Nigel Hall: I mean electronic music isn’t just now starting to be popular. It’s existed since 1968, since Bob Moog made a synthesizer. And anybody who played keyboards or anything that you’ve heard from ’74 on is electronic music. Fender Rowlands is an electronic piano. We been plugging’ in for years. It’s evolution of the foundation. And there is a resurgence. People are really starting to get a sense, now, of what real music is because we’ve been drenched in shit for so long, you know? Drenched. Spray shit. And now people are starting to clean the shit off and they’re wanting something real and they’re starting to look toward the real shit to find where you go. Because somebody said, when you come up with sounds and an idea, the music will tell you where it needs to go.
DubEra: So you’re saying now music is in a much better place than we were, say, 10 years ago.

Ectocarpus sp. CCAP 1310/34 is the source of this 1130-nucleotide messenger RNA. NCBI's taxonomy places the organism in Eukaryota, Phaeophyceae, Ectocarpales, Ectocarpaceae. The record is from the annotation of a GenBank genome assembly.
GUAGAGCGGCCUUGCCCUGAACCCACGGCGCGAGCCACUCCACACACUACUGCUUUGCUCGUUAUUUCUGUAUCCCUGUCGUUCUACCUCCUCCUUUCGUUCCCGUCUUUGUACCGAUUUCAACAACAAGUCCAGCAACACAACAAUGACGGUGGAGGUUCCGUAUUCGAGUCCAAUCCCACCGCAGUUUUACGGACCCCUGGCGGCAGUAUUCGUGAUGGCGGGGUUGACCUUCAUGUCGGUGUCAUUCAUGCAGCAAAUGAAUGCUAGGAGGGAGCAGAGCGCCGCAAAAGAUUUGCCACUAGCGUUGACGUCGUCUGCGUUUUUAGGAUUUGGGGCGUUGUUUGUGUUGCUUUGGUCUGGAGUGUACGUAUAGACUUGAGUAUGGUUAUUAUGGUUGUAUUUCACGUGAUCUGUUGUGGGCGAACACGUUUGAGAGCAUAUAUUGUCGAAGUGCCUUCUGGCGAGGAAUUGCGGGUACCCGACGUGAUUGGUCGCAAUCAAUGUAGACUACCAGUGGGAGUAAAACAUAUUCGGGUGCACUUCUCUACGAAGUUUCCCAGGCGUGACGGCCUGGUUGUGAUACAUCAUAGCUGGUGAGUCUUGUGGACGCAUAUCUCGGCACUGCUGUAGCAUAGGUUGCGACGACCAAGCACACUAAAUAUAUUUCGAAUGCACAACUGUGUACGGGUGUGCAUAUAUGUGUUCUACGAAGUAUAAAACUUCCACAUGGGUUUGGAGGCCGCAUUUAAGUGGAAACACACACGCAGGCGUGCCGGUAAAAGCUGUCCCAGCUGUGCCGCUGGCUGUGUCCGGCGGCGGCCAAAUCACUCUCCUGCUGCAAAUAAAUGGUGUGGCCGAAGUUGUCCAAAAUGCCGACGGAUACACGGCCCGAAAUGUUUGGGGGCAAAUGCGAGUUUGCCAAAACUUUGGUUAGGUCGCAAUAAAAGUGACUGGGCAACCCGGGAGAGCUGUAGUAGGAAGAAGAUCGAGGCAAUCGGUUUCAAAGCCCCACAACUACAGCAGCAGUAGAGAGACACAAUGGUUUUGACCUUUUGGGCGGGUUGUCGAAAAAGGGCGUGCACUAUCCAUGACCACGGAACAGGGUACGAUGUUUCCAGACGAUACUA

Nigel: Oh, yeah.
DubEra: Do you think in another 10 years we will be that much better off?
Jesus: It depends on what the people do. The technology is good and if the people use the technology to make awesome shit then we will be.
Adam: For instance, like Gramatik. He’s just like one of the funkiest dudes out there. He’s really into organic sounding stuff. He loves Lettuce and electronic music really has that funk. People love funk in any shape or form.
Nigel: And you can’t deny the funk!